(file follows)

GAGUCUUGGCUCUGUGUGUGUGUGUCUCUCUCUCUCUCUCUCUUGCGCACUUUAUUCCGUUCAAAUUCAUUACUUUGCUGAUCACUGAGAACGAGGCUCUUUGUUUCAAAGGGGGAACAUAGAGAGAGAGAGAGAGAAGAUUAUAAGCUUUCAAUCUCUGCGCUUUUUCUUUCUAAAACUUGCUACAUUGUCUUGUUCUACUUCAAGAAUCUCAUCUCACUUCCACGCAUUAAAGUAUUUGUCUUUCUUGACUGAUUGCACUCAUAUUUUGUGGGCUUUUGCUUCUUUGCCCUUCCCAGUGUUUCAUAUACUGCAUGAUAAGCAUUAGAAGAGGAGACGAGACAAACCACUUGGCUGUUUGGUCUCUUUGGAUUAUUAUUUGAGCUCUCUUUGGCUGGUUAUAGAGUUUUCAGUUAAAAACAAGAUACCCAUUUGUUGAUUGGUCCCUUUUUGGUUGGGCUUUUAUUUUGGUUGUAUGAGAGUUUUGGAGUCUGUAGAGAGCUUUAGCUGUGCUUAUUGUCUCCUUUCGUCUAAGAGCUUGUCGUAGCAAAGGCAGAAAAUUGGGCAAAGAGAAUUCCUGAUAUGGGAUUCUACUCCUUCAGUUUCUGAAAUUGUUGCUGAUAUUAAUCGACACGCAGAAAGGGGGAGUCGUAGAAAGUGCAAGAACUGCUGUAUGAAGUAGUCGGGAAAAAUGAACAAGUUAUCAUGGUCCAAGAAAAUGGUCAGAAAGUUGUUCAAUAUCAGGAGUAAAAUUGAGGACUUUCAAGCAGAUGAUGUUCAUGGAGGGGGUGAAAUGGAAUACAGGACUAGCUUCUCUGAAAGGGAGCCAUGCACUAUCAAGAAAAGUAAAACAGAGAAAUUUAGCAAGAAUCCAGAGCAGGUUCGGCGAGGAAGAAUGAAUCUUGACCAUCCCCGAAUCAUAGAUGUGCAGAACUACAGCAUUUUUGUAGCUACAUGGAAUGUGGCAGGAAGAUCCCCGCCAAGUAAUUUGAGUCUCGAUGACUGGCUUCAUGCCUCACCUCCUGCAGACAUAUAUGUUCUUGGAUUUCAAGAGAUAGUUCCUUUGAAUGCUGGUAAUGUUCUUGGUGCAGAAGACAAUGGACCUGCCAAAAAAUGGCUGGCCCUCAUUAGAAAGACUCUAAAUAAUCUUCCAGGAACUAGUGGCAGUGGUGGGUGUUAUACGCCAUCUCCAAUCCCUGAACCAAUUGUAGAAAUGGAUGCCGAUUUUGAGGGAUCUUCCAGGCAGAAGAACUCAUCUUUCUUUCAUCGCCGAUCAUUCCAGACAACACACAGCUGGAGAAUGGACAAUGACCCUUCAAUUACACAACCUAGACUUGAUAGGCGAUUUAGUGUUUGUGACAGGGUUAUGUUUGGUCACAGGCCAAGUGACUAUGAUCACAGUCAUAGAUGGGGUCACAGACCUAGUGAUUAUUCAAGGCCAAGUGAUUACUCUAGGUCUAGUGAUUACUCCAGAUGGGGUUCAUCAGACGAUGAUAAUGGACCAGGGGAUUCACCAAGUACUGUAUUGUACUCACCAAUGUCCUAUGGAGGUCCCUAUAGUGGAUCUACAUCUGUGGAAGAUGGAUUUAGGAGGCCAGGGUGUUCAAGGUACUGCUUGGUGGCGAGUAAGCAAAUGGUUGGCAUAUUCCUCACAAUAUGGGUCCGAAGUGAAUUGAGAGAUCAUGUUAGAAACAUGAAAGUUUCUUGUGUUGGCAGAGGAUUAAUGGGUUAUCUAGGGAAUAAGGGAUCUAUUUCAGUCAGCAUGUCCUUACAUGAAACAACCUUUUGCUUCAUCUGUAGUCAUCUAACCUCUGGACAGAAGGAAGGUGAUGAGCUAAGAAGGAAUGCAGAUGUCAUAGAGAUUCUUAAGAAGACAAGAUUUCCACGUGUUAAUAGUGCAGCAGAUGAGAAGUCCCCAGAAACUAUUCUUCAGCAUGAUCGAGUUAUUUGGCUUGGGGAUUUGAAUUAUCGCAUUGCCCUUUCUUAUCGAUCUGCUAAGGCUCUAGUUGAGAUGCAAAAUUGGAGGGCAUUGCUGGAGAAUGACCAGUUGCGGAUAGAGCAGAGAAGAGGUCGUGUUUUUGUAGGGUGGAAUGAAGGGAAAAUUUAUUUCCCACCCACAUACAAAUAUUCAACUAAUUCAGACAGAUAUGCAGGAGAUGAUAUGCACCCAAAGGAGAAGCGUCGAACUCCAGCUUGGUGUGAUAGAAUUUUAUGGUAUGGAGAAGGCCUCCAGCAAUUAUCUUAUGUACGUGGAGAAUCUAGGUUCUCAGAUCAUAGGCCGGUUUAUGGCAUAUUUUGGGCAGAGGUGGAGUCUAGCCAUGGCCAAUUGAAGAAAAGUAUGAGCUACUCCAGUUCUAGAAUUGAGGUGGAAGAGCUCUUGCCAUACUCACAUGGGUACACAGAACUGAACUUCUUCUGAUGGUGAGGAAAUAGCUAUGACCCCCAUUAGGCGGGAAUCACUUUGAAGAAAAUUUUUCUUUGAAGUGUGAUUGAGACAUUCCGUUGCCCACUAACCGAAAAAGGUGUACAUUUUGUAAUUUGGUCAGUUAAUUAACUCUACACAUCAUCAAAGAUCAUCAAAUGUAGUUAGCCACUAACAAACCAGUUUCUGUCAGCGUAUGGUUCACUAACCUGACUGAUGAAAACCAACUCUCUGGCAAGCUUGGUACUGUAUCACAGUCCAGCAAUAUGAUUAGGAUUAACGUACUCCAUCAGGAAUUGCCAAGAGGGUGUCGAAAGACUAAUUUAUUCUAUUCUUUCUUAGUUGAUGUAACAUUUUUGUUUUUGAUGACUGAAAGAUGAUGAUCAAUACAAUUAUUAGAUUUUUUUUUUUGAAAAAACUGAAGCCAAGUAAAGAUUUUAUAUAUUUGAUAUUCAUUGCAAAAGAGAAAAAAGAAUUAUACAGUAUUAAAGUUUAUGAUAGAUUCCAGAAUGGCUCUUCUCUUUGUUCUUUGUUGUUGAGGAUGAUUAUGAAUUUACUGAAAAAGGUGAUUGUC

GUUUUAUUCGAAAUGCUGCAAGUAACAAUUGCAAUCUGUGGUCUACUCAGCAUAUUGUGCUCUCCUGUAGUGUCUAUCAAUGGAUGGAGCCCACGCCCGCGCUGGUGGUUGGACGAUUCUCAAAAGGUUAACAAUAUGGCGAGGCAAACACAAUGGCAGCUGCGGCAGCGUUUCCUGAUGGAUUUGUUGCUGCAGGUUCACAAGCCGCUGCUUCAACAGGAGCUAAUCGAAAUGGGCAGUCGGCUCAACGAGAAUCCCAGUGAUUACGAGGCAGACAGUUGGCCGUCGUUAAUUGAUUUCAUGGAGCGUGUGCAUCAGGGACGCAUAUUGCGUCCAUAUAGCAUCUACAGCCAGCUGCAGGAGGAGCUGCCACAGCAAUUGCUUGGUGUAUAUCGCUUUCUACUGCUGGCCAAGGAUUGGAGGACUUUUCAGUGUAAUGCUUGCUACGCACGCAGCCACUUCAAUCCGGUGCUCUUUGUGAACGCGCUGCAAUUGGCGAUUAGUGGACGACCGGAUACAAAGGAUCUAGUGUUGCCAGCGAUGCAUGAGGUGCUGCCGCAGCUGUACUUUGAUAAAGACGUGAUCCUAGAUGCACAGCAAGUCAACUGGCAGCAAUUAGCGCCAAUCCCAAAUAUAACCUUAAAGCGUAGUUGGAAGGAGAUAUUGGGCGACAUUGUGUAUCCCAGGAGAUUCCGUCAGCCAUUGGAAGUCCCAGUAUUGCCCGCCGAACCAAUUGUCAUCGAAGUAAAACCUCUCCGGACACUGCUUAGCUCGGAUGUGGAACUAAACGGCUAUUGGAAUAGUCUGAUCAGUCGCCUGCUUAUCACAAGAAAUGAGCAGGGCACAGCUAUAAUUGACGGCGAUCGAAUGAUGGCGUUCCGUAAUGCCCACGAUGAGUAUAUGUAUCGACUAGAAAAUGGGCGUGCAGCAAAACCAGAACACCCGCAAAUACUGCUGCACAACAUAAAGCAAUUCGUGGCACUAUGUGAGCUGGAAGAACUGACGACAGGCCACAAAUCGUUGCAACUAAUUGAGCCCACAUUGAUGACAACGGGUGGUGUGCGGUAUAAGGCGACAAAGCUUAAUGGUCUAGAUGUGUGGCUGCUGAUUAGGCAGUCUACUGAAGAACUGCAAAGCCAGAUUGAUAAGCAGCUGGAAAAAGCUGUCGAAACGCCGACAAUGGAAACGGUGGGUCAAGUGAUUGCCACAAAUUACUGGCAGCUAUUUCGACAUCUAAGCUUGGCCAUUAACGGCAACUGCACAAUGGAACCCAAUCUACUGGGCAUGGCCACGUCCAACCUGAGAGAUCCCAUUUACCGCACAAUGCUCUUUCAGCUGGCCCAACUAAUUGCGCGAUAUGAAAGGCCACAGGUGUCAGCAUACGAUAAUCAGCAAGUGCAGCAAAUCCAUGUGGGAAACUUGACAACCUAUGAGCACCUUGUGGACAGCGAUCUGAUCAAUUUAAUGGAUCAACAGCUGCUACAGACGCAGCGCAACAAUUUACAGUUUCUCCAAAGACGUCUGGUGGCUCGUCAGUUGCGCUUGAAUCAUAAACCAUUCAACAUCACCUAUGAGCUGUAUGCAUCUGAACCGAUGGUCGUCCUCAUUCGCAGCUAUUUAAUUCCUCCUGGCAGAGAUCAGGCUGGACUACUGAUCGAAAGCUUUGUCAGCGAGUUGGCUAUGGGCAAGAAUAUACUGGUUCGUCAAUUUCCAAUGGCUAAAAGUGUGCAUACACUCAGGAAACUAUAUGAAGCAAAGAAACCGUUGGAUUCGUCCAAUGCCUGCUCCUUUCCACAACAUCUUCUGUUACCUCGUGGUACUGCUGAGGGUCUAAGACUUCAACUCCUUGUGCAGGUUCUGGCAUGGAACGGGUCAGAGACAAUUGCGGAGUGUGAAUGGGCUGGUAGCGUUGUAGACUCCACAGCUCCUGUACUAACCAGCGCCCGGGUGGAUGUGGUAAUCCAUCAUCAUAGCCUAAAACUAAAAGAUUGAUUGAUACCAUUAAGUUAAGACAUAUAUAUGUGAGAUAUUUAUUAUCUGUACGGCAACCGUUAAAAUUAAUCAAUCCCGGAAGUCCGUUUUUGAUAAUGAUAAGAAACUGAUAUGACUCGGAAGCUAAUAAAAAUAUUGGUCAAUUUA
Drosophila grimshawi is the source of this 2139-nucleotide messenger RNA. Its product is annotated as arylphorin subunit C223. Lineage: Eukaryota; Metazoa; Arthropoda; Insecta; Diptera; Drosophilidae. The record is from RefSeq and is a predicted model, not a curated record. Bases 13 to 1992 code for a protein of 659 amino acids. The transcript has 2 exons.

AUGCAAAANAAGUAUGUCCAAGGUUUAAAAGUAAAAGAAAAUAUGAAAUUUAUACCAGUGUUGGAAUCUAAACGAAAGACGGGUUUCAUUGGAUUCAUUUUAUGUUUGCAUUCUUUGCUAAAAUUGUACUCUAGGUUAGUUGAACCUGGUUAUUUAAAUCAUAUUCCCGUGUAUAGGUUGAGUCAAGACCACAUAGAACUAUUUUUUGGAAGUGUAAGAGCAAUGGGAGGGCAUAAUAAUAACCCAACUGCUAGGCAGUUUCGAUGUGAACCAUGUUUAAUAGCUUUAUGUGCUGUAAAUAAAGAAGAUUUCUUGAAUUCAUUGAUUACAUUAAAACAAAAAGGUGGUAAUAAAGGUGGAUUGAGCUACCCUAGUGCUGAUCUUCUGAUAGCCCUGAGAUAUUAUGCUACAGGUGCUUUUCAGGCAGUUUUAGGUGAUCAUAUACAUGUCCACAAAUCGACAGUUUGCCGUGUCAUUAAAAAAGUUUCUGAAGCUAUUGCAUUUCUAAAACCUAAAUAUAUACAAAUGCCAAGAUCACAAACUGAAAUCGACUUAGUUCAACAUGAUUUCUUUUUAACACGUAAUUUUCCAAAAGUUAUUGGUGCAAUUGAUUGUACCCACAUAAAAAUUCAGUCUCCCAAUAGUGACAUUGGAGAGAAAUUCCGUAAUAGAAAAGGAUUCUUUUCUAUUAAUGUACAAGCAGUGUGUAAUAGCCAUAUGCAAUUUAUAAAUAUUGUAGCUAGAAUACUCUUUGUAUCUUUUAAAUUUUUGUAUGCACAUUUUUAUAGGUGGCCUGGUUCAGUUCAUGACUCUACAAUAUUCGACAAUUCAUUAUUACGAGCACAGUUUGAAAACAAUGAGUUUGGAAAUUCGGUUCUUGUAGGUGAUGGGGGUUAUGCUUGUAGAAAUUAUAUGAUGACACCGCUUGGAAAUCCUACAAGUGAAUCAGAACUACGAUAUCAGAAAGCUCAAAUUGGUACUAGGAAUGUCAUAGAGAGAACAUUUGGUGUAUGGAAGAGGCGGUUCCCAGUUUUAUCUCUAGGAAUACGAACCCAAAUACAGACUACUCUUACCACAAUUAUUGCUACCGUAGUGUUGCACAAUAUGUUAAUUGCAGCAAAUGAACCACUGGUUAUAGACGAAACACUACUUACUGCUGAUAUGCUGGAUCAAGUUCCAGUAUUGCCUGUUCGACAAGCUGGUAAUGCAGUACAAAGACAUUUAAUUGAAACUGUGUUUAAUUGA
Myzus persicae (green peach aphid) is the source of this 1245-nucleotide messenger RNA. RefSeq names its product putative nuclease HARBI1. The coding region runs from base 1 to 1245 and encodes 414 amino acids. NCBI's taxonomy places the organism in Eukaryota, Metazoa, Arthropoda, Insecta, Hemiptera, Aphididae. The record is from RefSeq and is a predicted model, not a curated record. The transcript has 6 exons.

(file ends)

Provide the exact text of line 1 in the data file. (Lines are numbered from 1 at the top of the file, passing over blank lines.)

GAGUCUUGGCUCUGUGUGUGUGUGUCUCUCUCUCUCUCUCUCUUGCGCACUUUAUUCCGUUCAAAUUCAUUACUUUGCUGAUCACUGAGAACGAGGCUCUUUGUUUCAAAGGGGGAACAUAGAGAGAGAGAGAGAGAAGAUUAUAAGCUUUCAAUCUCUGCGCUUUUUCUUUCUAAAACUUGCUACAUUGUCUUGUUCUACUUCAAGAAUCUCAUCUCACUUCCACGCAUUAAAGUAUUUGUCUUUCUUGACUGAUUGCACUCAUAUUUUGUGGGCUUUUGCUUCUUUGCCCUUCCCAGUGUUUCAUAUACUGCAUGAUAAGCAUUAGAAGAGGAGACGAGACAAACCACUUGGCUGUUUGGUCUCUUUGGAUUAUUAUUUGAGCUCUCUUUGGCUGGUUAUAGAGUUUUCAGUUAAAAACAAGAUACCCAUUUGUUGAUUGGUCCCUUUUUGGUUGGGCUUUUAUUUUGGUUGUAUGAGAGUUUUGGAGUCUGUAGAGAGCUUUAGCUGUGCUUAUUGUCUCCUUUCGUCUAAGAGCUUGUCGUAGCAAAGGCAGAAAAUUGGGCAAAGAGAAUUCCUGAUAUGGGAUUCUACUCCUUCAGUUUCUGAAAUUGUUGCUGAUAUUAAUCGACACGCAGAAAGGGGGAGUCGUAGAAAGUGCAAGAACUGCUGUAUGAAGUAGUCGGGAAAAAUGAACAAGUUAUCAUGGUCCAAGAAAAUGGUCAGAAAGUUGUUCAAUAUCAGGAGUAAAAUUGAGGACUUUCAAGCAGAUGAUGUUCAUGGAGGGGGUGAAAUGGAAUACAGGACUAGCUUCUCUGAAAGGGAGCCAUGCACUAUCAAGAAAAGUAAAACAGAGAAAUUUAGCAAGAAUCCAGAGCAGGUUCGGCGAGGAAGAAUGAAUCUUGACCAUCCCCGAAUCAUAGAUGUGCAGAACUACAGCAUUUUUGUAGCUACAUGGAAUGUGGCAGGAAGAUCCCCGCCAAGUAAUUUGAGUCUCGAUGACUGGCUUCAUGCCUCACCUCCUGCAGACAUAUAUGUUCUUGGAUUUCAAGAGAUAGUUCCUUUGAAUGCUGGUAAUGUUCUUGGUGCAGAAGACAAUGGACCUGCCAAAAAAUGGCUGGCCCUCAUUAGAAAGACUCUAAAUAAUCUUCCAGGAACUAGUGGCAGUGGUGGGUGUUAUACGCCAUCUCCAAUCCCUGAACCAAUUGUAGAAAUGGAUGCCGAUUUUGAGGGAUCUUCCAGGCAGAAGAACUCAUCUUUCUUUCAUCGCCGAUCAUUCCAGACAACACACAGCUGGAGAAUGGACAAUGACCCUUCAAUUACACAACCUAGACUUGAUAGGCGAUUUAGUGUUUGUGACAGGGUUAUGUUUGGUCACAGGCCAAGUGACUAUGAUCACAGUCAUAGAUGGGGUCACAGACCUAGUGAUUAUUCAAGGCCAAGUGAUUACUCUAGGUCUAGUGAUUACUCCAGAUGGGGUUCAUCAGACGAUGAUAAUGGACCAGGGGAUUCACCAAGUACUGUAUUGUACUCACCAAUGUCCUAUGGAGGUCCCUAUAGUGGAUCUACAUCUGUGGAAGAUGGAUUUAGGAGGCCAGGGUGUUCAAGGUACUGCUUGGUGGCGAGUAAGCAAAUGGUUGGCAUAUUCCUCACAAUAUGGGUCCGAAGUGAAUUGAGAGAUCAUGUUAGAAACAUGAAAGUUUCUUGUGUUGGCAGAGGAUUAAUGGGUUAUCUAGGGAAUAAGGGAUCUAUUUCAGUCAGCAUGUCCUUACAUGAAACAACCUUUUGCUUCAUCUGUAGUCAUCUAACCUCUGGACAGAAGGAAGGUGAUGAGCUAAGAAGGAAUGCAGAUGUCAUAGAGAUUCUUAAGAAGACAAGAUUUCCACGUGUUAAUAGUGCAGCAGAUGAGAAGUCCCCAGAAACUAUUCUUCAGCAUGAUCGAGUUAUUUGGCUUGGGGAUUUGAAUUAUCGCAUUGCCCUUUCUUAUCGAUCUGCUAAGGCUCUAGUUGAGAUGCAAAAUUGGAGGGCAUUGCUGGAGAAUGACCAGUUGCGGAUAGAGCAGAGAAGAGGUCGUGUUUUUGUAGGGUGGAAUGAAGGGAAAAUUUAUUUCCCACCCACAUACAAAUAUUCAACUAAUUCAGACAGAUAUGCAGGAGAUGAUAUGCACCCAAAGGAGAAGCGUCGAACUCCAGCUUGGUGUGAUAGAAUUUUAUGGUAUGGAGAAGGCCUCCAGCAAUUAUCUUAUGUACGUGGAGAAUCUAGGUUCUCAGAUCAUAGGCCGGUUUAUGGCAUAUUUUGGGCAGAGGUGGAGUCUAGCCAUGGCCAAUUGAAGAAAAGUAUGAGCUACUCCAGUUCUAGAAUUGAGGUGGAAGAGCUCUUGCCAUACUCACAUGGGUACACAGAACUGAACUUCUUCUGAUGGUGAGGAAAUAGCUAUGACCCCCAUUAGGCGGGAAUCACUUUGAAGAAAAUUUUUCUUUGAAGUGUGAUUGAGACAUUCCGUUGCCCACUAACCGAAAAAGGUGUACAUUUUGUAAUUUGGUCAGUUAAUUAACUCUACACAUCAUCAAAGAUCAUCAAAUGUAGUUAGCCACUAACAAACCAGUUUCUGUCAGCGUAUGGUUCACUAACCUGACUGAUGAAAACCAACUCUCUGGCAAGCUUGGUACUGUAUCACAGUCCAGCAAUAUGAUUAGGAUUAACGUACUCCAUCAGGAAUUGCCAAGAGGGUGUCGAAAGACUAAUUUAUUCUAUUCUUUCUUAGUUGAUGUAACAUUUUUGUUUUUGAUGACUGAAAGAUGAUGAUCAAUACAAUUAUUAGAUUUUUUUUUUUGAAAAAACUGAAGCCAAGUAAAGAUUUUAUAUAUUUGAUAUUCAUUGCAAAAGAGAAAAAAGAAUUAUACAGUAUUAAAGUUUAUGAUAGAUUCCAGAAUGGCUCUUCUCUUUGUUCUUUGUUGUUGAGGAUGAUUAUGAAUUUACUGAAAAAGGUGAUUGUC